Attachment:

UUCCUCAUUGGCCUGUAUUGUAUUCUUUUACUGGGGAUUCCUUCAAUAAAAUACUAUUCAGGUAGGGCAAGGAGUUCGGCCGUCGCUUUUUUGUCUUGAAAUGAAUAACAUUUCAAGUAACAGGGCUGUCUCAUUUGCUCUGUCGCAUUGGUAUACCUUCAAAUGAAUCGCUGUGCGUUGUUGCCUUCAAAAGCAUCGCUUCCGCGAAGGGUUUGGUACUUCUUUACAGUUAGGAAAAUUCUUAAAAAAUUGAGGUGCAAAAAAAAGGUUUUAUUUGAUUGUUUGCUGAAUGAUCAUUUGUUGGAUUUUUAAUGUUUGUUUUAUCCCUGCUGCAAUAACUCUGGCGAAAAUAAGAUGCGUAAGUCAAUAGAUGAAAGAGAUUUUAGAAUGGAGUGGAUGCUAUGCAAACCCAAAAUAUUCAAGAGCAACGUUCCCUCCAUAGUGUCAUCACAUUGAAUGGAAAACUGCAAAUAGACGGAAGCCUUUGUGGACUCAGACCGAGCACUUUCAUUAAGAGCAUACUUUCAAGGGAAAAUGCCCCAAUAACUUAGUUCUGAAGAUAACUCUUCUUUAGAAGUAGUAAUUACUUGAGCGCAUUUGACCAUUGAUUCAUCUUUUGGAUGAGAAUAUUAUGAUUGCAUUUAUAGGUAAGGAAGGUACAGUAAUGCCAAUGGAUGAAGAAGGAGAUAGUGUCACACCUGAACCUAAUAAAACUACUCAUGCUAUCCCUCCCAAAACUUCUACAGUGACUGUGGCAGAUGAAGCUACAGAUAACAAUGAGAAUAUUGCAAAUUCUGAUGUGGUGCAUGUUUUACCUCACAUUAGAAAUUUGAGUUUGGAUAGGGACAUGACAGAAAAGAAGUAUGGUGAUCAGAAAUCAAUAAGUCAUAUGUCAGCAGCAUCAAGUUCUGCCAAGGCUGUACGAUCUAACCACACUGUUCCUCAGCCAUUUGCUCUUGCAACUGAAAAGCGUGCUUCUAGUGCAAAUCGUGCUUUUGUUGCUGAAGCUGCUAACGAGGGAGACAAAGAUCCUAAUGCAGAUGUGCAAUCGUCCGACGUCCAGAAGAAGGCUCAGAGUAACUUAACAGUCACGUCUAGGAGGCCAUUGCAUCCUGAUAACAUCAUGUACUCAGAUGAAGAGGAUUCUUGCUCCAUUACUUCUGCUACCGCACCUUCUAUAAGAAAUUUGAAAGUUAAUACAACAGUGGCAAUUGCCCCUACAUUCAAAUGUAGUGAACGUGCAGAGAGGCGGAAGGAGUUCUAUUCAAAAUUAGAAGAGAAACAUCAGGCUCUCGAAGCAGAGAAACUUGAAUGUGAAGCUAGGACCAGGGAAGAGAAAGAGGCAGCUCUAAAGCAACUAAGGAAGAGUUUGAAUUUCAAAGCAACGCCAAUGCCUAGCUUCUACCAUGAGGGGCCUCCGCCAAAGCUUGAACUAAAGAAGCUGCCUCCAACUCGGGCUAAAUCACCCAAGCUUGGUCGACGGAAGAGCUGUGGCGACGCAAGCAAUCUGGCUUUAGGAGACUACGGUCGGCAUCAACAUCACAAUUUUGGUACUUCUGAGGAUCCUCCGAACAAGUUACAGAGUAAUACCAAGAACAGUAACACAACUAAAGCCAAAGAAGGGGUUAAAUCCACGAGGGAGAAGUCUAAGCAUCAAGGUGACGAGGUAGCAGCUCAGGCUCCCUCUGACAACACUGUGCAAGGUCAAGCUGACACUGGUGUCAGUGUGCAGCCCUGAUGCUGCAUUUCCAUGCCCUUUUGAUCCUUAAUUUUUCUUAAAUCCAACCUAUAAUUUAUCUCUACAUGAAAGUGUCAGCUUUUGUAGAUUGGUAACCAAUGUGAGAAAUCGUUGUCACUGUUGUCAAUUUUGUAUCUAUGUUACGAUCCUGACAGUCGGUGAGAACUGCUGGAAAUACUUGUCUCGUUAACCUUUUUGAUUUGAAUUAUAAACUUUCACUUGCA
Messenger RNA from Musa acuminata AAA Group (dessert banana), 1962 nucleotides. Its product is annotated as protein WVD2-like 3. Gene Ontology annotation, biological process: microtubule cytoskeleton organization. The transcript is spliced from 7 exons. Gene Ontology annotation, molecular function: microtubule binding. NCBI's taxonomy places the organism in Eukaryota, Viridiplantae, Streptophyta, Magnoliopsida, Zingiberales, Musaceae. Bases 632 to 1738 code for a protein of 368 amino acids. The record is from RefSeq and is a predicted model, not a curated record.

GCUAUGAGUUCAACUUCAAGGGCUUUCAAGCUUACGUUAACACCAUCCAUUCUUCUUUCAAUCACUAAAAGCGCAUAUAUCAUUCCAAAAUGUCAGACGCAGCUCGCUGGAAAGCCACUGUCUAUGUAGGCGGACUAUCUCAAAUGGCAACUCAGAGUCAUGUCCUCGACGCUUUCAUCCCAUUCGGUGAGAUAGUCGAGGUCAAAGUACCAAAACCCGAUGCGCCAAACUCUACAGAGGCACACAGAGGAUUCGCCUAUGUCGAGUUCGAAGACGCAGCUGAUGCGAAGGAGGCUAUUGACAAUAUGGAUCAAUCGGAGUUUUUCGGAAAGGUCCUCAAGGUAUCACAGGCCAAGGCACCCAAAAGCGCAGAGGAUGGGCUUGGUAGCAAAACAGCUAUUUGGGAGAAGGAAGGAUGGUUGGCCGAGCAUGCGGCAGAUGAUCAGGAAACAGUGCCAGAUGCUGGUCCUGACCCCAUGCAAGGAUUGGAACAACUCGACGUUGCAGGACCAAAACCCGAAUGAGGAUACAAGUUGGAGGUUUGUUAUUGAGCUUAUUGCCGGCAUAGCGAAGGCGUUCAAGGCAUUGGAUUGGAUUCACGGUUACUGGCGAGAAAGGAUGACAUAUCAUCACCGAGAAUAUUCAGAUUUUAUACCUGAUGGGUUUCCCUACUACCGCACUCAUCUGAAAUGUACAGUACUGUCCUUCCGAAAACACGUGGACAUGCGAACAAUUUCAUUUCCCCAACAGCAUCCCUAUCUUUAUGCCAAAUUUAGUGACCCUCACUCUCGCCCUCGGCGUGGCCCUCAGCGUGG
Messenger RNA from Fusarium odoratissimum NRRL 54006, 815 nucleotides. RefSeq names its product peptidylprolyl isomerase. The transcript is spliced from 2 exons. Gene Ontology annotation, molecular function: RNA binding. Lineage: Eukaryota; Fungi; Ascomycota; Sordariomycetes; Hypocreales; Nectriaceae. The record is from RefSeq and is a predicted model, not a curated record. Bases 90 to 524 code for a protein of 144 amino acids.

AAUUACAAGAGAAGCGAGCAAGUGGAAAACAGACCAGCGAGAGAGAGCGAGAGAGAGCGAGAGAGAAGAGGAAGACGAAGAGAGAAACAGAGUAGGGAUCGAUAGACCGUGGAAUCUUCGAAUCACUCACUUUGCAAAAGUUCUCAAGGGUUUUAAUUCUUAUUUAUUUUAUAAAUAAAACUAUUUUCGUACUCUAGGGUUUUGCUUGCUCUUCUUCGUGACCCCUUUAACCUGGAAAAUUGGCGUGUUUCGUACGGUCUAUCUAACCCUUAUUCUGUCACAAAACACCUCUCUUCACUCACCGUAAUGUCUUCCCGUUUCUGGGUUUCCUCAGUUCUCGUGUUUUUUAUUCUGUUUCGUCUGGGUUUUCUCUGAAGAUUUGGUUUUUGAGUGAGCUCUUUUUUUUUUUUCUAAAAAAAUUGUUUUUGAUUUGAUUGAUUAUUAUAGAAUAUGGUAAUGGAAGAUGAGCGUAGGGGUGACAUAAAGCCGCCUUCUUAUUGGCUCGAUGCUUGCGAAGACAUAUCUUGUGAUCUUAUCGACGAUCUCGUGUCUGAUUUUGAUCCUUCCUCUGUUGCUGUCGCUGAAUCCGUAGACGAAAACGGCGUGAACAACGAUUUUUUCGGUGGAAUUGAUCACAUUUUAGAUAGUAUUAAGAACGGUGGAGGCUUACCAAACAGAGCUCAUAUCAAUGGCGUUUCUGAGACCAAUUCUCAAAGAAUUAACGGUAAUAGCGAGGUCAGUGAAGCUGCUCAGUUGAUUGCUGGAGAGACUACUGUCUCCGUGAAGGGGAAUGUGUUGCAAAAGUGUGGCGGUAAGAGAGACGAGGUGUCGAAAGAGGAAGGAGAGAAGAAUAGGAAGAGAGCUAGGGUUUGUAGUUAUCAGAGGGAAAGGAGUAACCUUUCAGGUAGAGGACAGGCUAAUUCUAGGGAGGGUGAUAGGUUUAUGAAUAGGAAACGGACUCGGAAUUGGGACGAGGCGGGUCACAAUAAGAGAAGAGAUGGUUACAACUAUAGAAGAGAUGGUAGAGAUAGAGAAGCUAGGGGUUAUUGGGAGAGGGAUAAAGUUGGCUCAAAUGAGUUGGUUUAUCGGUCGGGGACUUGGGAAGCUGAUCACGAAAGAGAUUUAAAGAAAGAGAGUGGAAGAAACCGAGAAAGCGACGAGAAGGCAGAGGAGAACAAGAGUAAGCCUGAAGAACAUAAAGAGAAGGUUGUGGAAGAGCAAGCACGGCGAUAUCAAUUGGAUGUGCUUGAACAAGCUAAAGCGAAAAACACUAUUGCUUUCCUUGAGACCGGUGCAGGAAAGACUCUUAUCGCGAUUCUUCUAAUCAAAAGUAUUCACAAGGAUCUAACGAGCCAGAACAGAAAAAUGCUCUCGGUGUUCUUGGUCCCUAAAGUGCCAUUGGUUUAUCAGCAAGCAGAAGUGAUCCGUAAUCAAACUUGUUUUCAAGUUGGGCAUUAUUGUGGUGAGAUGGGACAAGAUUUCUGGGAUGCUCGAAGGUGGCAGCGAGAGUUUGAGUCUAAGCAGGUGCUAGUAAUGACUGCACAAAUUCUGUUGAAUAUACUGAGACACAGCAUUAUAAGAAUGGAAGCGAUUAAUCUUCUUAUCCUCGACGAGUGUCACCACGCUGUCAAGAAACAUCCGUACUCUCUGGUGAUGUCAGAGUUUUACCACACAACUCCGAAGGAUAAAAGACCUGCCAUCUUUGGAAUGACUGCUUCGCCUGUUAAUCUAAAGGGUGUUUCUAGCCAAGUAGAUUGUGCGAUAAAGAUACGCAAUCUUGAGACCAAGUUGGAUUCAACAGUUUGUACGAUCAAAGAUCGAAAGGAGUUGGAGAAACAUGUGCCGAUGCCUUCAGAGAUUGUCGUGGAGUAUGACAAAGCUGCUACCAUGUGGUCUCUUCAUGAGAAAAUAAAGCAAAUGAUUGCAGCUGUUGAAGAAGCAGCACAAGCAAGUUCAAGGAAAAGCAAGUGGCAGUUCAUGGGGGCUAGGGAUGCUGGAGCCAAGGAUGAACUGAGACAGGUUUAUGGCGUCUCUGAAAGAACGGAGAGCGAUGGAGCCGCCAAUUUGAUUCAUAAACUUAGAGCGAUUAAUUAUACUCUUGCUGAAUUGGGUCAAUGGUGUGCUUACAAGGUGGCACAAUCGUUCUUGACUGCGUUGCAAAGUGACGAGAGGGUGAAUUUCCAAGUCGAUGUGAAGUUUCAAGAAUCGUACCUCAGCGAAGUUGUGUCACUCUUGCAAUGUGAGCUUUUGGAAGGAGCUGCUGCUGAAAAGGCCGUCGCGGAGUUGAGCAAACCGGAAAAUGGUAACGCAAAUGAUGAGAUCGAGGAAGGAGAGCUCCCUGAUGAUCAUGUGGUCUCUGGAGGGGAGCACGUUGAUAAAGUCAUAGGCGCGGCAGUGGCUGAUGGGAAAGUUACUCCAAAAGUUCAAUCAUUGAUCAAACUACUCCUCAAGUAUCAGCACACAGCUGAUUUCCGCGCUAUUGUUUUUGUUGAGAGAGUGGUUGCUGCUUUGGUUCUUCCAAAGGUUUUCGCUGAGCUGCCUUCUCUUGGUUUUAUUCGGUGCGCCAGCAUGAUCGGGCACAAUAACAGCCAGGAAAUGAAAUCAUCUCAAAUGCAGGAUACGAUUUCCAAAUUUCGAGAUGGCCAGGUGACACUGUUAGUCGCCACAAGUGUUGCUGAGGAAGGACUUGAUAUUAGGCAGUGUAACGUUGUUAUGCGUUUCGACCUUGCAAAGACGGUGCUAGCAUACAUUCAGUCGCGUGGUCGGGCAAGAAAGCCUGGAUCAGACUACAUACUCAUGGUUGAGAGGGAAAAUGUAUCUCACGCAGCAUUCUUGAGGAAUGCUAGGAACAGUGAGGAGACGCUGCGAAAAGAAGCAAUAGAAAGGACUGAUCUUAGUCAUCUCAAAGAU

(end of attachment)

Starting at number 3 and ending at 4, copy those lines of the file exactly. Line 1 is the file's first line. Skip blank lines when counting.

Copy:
GCUAUGAGUUCAACUUCAAGGGCUUUCAAGCUUACGUUAACACCAUCCAUUCUUCUUUCAAUCACUAAAAGCGCAUAUAUCAUUCCAAAAUGUCAGACGCAGCUCGCUGGAAAGCCACUGUCUAUGUAGGCGGACUAUCUCAAAUGGCAACUCAGAGUCAUGUCCUCGACGCUUUCAUCCCAUUCGGUGAGAUAGUCGAGGUCAAAGUACCAAAACCCGAUGCGCCAAACUCUACAGAGGCACACAGAGGAUUCGCCUAUGUCGAGUUCGAAGACGCAGCUGAUGCGAAGGAGGCUAUUGACAAUAUGGAUCAAUCGGAGUUUUUCGGAAAGGUCCUCAAGGUAUCACAGGCCAAGGCACCCAAAAGCGCAGAGGAUGGGCUUGGUAGCAAAACAGCUAUUUGGGAGAAGGAAGGAUGGUUGGCCGAGCAUGCGGCAGAUGAUCAGGAAACAGUGCCAGAUGCUGGUCCUGACCCCAUGCAAGGAUUGGAACAACUCGACGUUGCAGGACCAAAACCCGAAUGAGGAUACAAGUUGGAGGUUUGUUAUUGAGCUUAUUGCCGGCAUAGCGAAGGCGUUCAAGGCAUUGGAUUGGAUUCACGGUUACUGGCGAGAAAGGAUGACAUAUCAUCACCGAGAAUAUUCAGAUUUUAUACCUGAUGGGUUUCCCUACUACCGCACUCAUCUGAAAUGUACAGUACUGUCCUUCCGAAAACACGUGGACAUGCGAACAAUUUCAUUUCCCCAACAGCAUCCCUAUCUUUAUGCCAAAUUUAGUGACCCUCACUCUCGCCCUCGGCGUGGCCCUCAGCGUGG
Messenger RNA from Fusarium odoratissimum NRRL 54006, 815 nucleotides. RefSeq names its product peptidylprolyl isomerase. The transcript is spliced from 2 exons. Gene Ontology annotation, molecular function: RNA binding. Lineage: Eukaryota; Fungi; Ascomycota; Sordariomycetes; Hypocreales; Nectriaceae. The record is from RefSeq and is a predicted model, not a curated record. Bases 90 to 524 code for a protein of 144 amino acids.